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BIOL 115 Study Guide - Midterm Guide: Tumor Suppressor Gene, Embryonic Stem Cell, Adult Stem Cell


Department
Biology (Sci)
Course Code
BIOL 115
Professor
Robert Levine
Study Guide
Midterm

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Biology Lecture Notes Midterm #2
(Lecture 10)
CELL DIVISION
1. Divide cell contents cytokinesis
2. Faithfully reproduce interphase
3. Divide genetic material (genome) mitosis
Why Cell Division?
For prokaryotes and protists: reproduction
For plants, embryos and young animals: growth
Skin, blood, gut lining: maintenance (cells being replaced constantly in skin)
Immune system: clonal response
Injury: repair (healing cuts, etc)
Damage: regeneration (like skin, some animals regenerate whole limbs)
PROKARYOTIC CELL DIVISION (bacteria)
Prokaryotic chromosome is a single circular chromosome (single naked circle of DNA)
When bacteria replicate...
Replications starts at a certain point on the chromosome, continues around in both directions
Chromosomes actually attached to plasma membrane. Then there’s cell growth, and the two
chromosomes move apart from each other.
Eventually it starts to lay down new plasma membrane in between the two chromosomes, and then it
splits, builds new cell wall.
Cell division in prokaryotes is known as binary fission.
EUKARYOTE CHROMOSOME FORM
Bigger cells, a lot more DNA to deal with, Important to have accurate replication of genetic material
Chromosome undergoes DNA synthesis, creates two sister chromatids (2 copies identical of
chromosomes) central point where they’re stuck together is the centromere (Kinetochore: a protein
complex that binds the centromere, used to attach chromosomes for movement)

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And then, you have mitosis. Where the chromatids divide, and then you have daughter chromosomes
(separate)
Each chromosome is a linear DNA molecule with tightly associated proteins
DNA synthesis occurs during interphase
In interphase, normally DNA is in the extended form.
Wrapping up (condensing/packaging DNA so it’s easier to separate/divide)
STRUCTURE OF CHROMOSOMES
DNA wrapped around histones (proteins), this is what the DNA is coiled around.
The wrapped DNA+histones is known as the nucleosome
Then the beads on a string thing of DNA and histones coils again, and coils again and again (multiple
layers of coiling), and then it’s looped around scaffolding proteins.
Prior to mitosis is interphase.
During interphase: chromosomes are duplicated but still in extended form.
When we enter prophase (early stage of mitosis), chromosomes go into condensed form, the spindle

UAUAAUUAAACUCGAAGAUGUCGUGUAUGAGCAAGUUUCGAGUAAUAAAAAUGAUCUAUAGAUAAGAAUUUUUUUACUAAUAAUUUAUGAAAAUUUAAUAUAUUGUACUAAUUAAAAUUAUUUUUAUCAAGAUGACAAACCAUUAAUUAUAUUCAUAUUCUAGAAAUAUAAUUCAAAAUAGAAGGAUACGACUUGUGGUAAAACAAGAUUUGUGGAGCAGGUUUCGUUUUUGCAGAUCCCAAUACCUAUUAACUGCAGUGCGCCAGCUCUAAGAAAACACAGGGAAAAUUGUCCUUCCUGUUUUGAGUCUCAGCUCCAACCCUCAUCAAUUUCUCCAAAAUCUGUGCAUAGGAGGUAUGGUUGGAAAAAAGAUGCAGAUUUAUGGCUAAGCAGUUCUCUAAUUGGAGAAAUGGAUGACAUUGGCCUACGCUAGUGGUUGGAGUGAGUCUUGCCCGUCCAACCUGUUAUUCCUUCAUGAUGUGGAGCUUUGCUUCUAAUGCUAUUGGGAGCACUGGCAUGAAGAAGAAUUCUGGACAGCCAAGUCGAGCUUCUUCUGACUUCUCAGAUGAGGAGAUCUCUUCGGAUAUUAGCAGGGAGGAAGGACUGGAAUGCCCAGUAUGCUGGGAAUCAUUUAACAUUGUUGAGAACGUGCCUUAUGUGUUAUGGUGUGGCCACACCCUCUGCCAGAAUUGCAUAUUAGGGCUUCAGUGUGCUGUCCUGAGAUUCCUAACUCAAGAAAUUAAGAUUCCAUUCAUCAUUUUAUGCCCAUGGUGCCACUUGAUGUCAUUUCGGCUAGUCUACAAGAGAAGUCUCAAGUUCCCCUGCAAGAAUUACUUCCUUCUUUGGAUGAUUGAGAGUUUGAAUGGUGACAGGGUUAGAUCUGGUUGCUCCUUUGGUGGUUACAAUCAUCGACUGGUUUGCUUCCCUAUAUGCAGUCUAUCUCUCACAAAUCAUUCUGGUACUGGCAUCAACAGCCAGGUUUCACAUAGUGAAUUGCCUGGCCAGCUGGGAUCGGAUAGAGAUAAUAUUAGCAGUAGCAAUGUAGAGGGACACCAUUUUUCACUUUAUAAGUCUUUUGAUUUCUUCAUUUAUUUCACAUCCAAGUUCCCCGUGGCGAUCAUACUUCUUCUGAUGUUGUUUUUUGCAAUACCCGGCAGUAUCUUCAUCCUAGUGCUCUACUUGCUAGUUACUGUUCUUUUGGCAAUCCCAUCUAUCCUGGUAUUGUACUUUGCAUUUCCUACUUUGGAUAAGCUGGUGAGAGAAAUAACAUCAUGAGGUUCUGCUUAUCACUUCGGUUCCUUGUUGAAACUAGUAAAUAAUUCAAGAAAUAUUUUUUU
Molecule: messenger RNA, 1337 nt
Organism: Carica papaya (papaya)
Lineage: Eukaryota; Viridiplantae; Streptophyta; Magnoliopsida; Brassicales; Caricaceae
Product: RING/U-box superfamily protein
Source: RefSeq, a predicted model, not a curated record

grows and develops (made up of microtubules) this is the mechanism for the movement of
chromosomes, they pull apart the chromosomes during mitosis. Centrioles/centrosome is the spindle
organizing center. Specific to animal cells. On either side of the spindles, spindles gathered around
them too, etc.
And then: nuclear membrane disintegrates (as do other endomembranes), and the spindle fibers bind
to the kinetochores.
ATP is involved in the movement of microtubules/spindles.
Next is metaphase: pairs of chromosomes line up, under tension at the spindle equator (also known as
the metaphase plate).
Next is anaphase: sister chromatids separate and migrate to the spindle poles (centrosomes)
Finally there’s telophase: end of mitosis. The nuclear membrane, ER and Golgi reform, chromosomes
extend.
After that is cytokinesis. (Cell division proper, not mitosis proper)
Cytokinesis (in animal cells): works a bit like muscles. The cleavage furrow. Actin and myosin. Like
pulling strings, pulls cell apart into two.

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Plant cells don’t do that, they just make a new cell wall.
There are 46 chromosomes in humans (2 x 23 chromosomes)
You have 22 sets of autosomes non-sex chromosomes, and 1 set of sex chromosomes
# of types of chromosomes, so 23 types, this is known as n
Humans are diploid 2 copies. 2n = 46.
Cells spend most of their time in interphase (getting ready for mitosis)
There are different stages of interphase.
1. G1 (Gap1): when cells just grow
2. Synthesis: DNA replication
3. G2: further cell growth
4. Mitosis
5. Cytokinesis, then back to G1
^ All this is tightly regulated, so cells divide only when needed. You don’t want cells dividing when
they’re not supposed to. If they go crazy, that’s cancer.
Oh wait. Cells can also stay in G0 for years. G0 is lack of cell division. It’s like Gap1, but cells don’t
proceed from there. Like nerve cells, blood cells, muscle cells, etc. Don’t really divide after embryo and
stuff.
STEM CELLS PROMISE FOR THE FUTURE
Self renewing, give rise to differentiated offspring (have the potential to become anything)
TYPES OF STEM CELLS
- Categorized by potential to make diff things, tissues, organs, etc.
At the very early embryo you have totipotent stem cells (at first few divisions). They can make all
structures. Anything! Including extraembryonic tissues (placenta, etc)
And then, what we have is a blastocyst, which has:
- Outer cells which make supporting tissue for embryonic development in mammals.
- Inside are pluripotent stem cells which can make everything except extraembryonic tissues.
And then, there are tissue specific stem cells, or multipotent stem cells. They can make multiple cell
types related to a specific tissue type. Sometimes referred to as adult stem cells, because we keep
these in our bone marrow, able to make all sorts of blood related cells, etc etc. Basically we still have
some stem cells as adults, but their ability to make diff things is more limited.
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